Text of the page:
Clerkship for people who want to do transactional work

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Anonymous User
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Clerkship for people who want to do transactional work

Postby Anonymous User » Thu Sep 09, 2010 11:21 pm

Is the following propositions true/valid?

"A clerkship only makes sense if you are interested in Litigation. If you are interested in transactional work, it is not worth your time to lose a year working at a lower clerkship salary when you could be performing transactional work. "
--LinkRemoved--

Question is: is it worth it to do a federal clerkship if you already landed up a transactional big law job?

MrAnon
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Re: Clerkship for people who want to do transactional work

Postby MrAnon » Thu Sep 09, 2010 11:28 pm

You can always get a clerkship later, not so with the firm job. If the firm job works out really well then you will not need the clerkship at all.

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Cavalier
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Re: Clerkship for people who want to do transactional work

Postby Cavalier » Thu Sep 09, 2010 11:31 pm

Anonymous User wrote:Is the following propositions true/valid?

"A clerkship only makes sense if you are interested in Litigation. If you are interested in transactional work, it is not worth your time to lose a year working at a lower clerkship salary when you could be performing transactional work. "
--LinkRemoved--

Question is: is it worth it to do a federal clerkship if you already landed up a transactional big law job?

I was about to respond with "that's totally ridiculous," but now that I realize the advice is coming from Appalachian School of Law, it makes sense. Students from Appalachian are not going to get federal circuit court or district court clerkships. If someone wants to do transactional work, clerking for a Virginia state trial court wouldn't serve much of a purpose. IMO, no one with the credentials for an Article III clerkship should pass on it.

Anonymous User
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Re: Clerkship for people who want to do transactional work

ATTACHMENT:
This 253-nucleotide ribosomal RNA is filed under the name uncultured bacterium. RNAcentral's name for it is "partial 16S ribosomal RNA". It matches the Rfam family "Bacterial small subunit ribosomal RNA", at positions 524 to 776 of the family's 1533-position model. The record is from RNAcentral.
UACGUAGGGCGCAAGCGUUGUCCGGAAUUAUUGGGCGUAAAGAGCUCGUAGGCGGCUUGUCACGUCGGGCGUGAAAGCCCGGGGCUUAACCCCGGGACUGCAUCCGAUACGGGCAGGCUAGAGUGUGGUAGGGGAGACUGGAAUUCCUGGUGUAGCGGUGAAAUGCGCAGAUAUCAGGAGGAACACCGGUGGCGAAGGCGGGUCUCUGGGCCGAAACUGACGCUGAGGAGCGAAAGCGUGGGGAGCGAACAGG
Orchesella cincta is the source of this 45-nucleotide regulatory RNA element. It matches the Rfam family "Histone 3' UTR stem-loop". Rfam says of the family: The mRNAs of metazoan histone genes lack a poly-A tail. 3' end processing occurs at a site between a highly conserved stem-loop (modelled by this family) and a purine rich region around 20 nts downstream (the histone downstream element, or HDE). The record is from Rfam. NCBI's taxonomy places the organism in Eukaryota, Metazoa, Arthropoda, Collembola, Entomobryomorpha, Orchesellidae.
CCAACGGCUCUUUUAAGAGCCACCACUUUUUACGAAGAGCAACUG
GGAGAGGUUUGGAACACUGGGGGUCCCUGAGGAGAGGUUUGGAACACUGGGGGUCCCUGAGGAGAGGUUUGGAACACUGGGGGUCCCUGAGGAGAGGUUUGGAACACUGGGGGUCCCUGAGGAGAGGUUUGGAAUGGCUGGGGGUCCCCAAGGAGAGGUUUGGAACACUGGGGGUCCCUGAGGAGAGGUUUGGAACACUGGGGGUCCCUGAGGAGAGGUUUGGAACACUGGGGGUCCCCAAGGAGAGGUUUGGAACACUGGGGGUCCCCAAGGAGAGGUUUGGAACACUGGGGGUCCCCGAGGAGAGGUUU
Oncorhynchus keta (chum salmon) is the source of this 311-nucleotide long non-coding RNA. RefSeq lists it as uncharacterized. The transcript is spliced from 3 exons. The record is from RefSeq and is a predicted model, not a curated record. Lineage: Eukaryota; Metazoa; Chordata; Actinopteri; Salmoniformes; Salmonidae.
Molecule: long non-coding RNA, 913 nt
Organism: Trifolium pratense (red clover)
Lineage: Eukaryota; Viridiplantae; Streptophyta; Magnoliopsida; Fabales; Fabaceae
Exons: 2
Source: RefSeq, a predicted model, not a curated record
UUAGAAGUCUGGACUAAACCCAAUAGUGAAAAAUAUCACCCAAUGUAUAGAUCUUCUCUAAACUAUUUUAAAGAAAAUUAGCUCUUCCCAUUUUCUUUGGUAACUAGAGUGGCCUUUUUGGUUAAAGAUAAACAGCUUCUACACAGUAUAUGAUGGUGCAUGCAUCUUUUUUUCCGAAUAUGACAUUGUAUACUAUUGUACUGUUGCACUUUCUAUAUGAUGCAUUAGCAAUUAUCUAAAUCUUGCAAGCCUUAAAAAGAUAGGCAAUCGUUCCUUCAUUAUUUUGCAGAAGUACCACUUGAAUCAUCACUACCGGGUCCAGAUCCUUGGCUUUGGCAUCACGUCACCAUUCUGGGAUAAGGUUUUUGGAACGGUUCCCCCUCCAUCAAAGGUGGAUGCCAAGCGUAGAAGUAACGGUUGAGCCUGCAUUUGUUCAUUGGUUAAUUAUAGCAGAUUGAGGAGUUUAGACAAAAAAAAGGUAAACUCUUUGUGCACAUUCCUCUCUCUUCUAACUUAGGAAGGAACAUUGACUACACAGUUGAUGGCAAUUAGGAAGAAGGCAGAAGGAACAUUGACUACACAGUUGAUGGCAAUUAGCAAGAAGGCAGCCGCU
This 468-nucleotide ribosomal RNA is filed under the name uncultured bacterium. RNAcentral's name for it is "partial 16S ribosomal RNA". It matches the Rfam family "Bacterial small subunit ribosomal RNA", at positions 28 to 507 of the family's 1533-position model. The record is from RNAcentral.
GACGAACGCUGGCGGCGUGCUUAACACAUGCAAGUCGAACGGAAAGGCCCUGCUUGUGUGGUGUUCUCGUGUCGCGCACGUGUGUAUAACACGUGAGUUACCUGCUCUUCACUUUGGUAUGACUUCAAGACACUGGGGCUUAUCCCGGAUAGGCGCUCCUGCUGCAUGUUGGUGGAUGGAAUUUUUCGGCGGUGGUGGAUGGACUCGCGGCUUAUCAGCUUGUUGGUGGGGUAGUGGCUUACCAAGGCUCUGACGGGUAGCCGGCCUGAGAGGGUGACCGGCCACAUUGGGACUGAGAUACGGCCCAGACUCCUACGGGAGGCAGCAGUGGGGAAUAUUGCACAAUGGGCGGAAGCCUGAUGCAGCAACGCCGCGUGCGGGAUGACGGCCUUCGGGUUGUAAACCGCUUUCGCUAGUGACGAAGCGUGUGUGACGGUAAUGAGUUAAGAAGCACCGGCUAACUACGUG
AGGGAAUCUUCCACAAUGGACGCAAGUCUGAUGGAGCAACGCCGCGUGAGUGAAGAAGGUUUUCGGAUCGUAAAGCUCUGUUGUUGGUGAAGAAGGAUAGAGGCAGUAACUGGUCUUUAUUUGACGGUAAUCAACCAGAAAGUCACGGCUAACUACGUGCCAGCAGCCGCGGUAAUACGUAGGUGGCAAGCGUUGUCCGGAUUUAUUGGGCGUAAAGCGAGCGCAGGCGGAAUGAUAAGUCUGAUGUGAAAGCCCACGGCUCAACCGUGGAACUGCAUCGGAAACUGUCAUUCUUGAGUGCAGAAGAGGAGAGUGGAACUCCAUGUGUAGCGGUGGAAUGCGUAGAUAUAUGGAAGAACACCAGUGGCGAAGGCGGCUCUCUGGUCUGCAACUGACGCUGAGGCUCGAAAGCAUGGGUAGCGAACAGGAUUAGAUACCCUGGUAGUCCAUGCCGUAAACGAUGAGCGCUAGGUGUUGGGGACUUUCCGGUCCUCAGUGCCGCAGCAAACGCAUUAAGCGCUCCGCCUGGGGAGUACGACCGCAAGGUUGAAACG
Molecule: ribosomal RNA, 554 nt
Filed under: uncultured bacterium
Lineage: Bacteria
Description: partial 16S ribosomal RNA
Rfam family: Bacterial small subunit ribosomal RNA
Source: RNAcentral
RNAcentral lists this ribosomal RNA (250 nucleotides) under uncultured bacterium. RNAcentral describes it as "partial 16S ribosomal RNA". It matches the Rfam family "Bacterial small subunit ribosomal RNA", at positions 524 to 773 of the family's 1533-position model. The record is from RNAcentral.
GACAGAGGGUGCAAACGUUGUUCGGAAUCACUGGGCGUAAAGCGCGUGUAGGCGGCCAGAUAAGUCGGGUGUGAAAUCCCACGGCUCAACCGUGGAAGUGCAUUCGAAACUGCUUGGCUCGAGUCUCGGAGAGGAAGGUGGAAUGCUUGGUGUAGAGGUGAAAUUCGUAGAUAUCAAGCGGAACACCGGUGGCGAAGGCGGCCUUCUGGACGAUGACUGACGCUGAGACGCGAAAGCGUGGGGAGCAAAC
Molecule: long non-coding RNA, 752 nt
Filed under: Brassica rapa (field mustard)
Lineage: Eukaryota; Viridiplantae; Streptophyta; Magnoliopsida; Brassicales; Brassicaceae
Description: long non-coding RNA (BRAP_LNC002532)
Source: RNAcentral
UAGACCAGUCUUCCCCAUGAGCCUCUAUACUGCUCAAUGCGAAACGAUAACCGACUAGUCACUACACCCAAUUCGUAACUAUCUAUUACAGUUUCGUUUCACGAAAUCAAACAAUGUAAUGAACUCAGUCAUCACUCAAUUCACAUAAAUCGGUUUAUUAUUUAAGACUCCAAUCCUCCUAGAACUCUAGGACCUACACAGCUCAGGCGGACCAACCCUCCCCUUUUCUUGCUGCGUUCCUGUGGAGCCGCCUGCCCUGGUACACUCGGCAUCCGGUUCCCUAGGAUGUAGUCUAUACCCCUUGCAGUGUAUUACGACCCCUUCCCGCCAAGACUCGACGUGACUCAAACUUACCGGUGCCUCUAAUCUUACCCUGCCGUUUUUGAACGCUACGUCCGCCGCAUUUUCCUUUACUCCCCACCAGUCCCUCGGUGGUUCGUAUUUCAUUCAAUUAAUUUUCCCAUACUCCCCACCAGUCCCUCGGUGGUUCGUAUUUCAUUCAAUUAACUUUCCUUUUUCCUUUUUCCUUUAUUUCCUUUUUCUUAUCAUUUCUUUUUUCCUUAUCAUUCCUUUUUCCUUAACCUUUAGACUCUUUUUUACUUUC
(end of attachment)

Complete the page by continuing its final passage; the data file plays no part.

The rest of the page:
Postby Anonymous User » Thu Sep 09, 2010 11:47 pm

MrAnon wrote: If the firm job works out really well then you will not need the clerkship at all.


Cavalier wrote: no one with the credentials for an Article III clerkship should pass on it.


How to reconcile the two statements? What is the value for a transactional biglaw lawyer to have a federal clerkship? Will he/she have a better chance to get a partnership than if he/she does not do the clerkship?

Anonymous User
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Re: Clerkship for people who want to do transactional work

Postby Anonymous User » Fri Sep 10, 2010 3:09 am

Anonymous User wrote:Is the following propositions true/valid?

"A clerkship only makes sense if you are interested in Litigation. If you are interested in transactional work, it is not worth your time to lose a year working at a lower clerkship salary when you could be performing transactional work. "
--LinkRemoved--

Question is: is it worth it to do a federal clerkship if you already landed up a transactional big law job?


I attended a panel discussion at my firm last summer on clerkships and a transactional associate was present. She said that in many ways, she wishes she had not done her clerkship. Her main reason was that she came in as a second year and firms have certain benchmarks that they want people to meet, but in reality, her knowledge base was that of a first year because what she did in her clerkship wasn't useful to her practice.

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Re: Clerkship for people who want to do transactional work

Postby Anonymous User » Fri Sep 10, 2010 3:20 am

no clue why you would want to do a clerkship as a transactional inclined person

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spanktheduck
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Re: Clerkship for people who want to do transactional work

Postby spanktheduck » Fri Sep 10, 2010 5:01 am

Cavalier wrote:
Anonymous User wrote:Is the following propositions true/valid?